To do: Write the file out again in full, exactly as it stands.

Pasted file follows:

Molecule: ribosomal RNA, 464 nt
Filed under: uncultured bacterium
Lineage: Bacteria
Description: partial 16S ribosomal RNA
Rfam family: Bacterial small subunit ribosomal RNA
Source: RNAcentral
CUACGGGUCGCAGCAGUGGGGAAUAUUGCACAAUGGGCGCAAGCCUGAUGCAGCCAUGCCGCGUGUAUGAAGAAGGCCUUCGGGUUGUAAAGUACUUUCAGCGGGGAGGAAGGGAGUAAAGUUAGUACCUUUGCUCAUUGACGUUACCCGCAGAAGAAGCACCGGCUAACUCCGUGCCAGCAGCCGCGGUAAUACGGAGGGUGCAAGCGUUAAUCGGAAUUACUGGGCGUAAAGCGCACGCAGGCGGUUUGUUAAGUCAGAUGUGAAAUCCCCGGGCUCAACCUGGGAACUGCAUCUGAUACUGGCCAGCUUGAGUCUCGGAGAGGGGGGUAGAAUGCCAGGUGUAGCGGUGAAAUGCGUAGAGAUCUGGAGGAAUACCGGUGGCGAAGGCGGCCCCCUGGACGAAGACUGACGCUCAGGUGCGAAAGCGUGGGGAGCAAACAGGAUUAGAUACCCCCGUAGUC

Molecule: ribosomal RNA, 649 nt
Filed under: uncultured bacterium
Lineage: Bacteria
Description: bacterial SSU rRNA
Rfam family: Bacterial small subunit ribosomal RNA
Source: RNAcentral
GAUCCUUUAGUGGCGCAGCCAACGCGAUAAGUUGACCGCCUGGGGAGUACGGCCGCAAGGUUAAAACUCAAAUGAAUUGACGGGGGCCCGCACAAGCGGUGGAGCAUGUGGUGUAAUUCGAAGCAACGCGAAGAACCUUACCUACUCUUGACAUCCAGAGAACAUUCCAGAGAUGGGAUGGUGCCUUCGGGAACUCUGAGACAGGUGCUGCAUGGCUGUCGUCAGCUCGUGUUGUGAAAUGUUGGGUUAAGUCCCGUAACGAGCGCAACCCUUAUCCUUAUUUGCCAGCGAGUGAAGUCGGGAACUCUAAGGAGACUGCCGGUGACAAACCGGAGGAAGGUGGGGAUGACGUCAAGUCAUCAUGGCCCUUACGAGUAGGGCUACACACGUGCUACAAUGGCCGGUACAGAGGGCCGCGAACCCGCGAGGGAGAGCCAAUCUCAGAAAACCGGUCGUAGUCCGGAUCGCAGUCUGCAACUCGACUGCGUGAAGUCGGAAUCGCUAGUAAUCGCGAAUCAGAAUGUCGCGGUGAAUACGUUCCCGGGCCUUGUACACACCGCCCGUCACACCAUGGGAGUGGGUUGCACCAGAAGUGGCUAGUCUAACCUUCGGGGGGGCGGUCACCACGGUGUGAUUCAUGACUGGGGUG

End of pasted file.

Molecule: ribosomal RNA, 464 nt
Filed under: uncultured bacterium
Lineage: Bacteria
Description: partial 16S ribosomal RNA
Rfam family: Bacterial small subunit ribosomal RNA
Source: RNAcentral
CUACGGGUCGCAGCAGUGGGGAAUAUUGCACAAUGGGCGCAAGCCUGAUGCAGCCAUGCCGCGUGUAUGAAGAAGGCCUUCGGGUUGUAAAGUACUUUCAGCGGGGAGGAAGGGAGUAAAGUUAGUACCUUUGCUCAUUGACGUUACCCGCAGAAGAAGCACCGGCUAACUCCGUGCCAGCAGCCGCGGUAAUACGGAGGGUGCAAGCGUUAAUCGGAAUUACUGGGCGUAAAGCGCACGCAGGCGGUUUGUUAAGUCAGAUGUGAAAUCCCCGGGCUCAACCUGGGAACUGCAUCUGAUACUGGCCAGCUUGAGUCUCGGAGAGGGGGGUAGAAUGCCAGGUGUAGCGGUGAAAUGCGUAGAGAUCUGGAGGAAUACCGGUGGCGAAGGCGGCCCCCUGGACGAAGACUGACGCUCAGGUGCGAAAGCGUGGGGAGCAAACAGGAUUAGAUACCCCCGUAGUC

Molecule: ribosomal RNA, 649 nt
Filed under: uncultured bacterium
Lineage: Bacteria
Description: bacterial SSU rRNA
Rfam family: Bacterial small subunit ribosomal RNA
Source: RNAcentral
GAUCCUUUAGUGGCGCAGCCAACGCGAUAAGUUGACCGCCUGGGGAGUACGGCCGCAAGGUUAAAACUCAAAUGAAUUGACGGGGGCCCGCACAAGCGGUGGAGCAUGUGGUGUAAUUCGAAGCAACGCGAAGAACCUUACCUACUCUUGACAUCCAGAGAACAUUCCAGAGAUGGGAUGGUGCCUUCGGGAACUCUGAGACAGGUGCUGCAUGGCUGUCGUCAGCUCGUGUUGUGAAAUGUUGGGUUAAGUCCCGUAACGAGCGCAACCCUUAUCCUUAUUUGCCAGCGAGUGAAGUCGGGAACUCUAAGGAGACUGCCGGUGACAAACCGGAGGAAGGUGGGGAUGACGUCAAGUCAUCAUGGCCCUUACGAGUAGGGCUACACACGUGCUACAAUGGCCGGUACAGAGGGCCGCGAACCCGCGAGGGAGAGCCAAUCUCAGAAAACCGGUCGUAGUCCGGAUCGCAGUCUGCAACUCGACUGCGUGAAGUCGGAAUCGCUAGUAAUCGCGAAUCAGAAUGUCGCGGUGAAUACGUUCCCGGGCCUUGUACACACCGCCCGUCACACCAUGGGAGUGGGUUGCACCAGAAGUGGCUAGUCUAACCUUCGGGGGGGCGGUCACCACGGUGUGAUUCAUGACUGGGGUG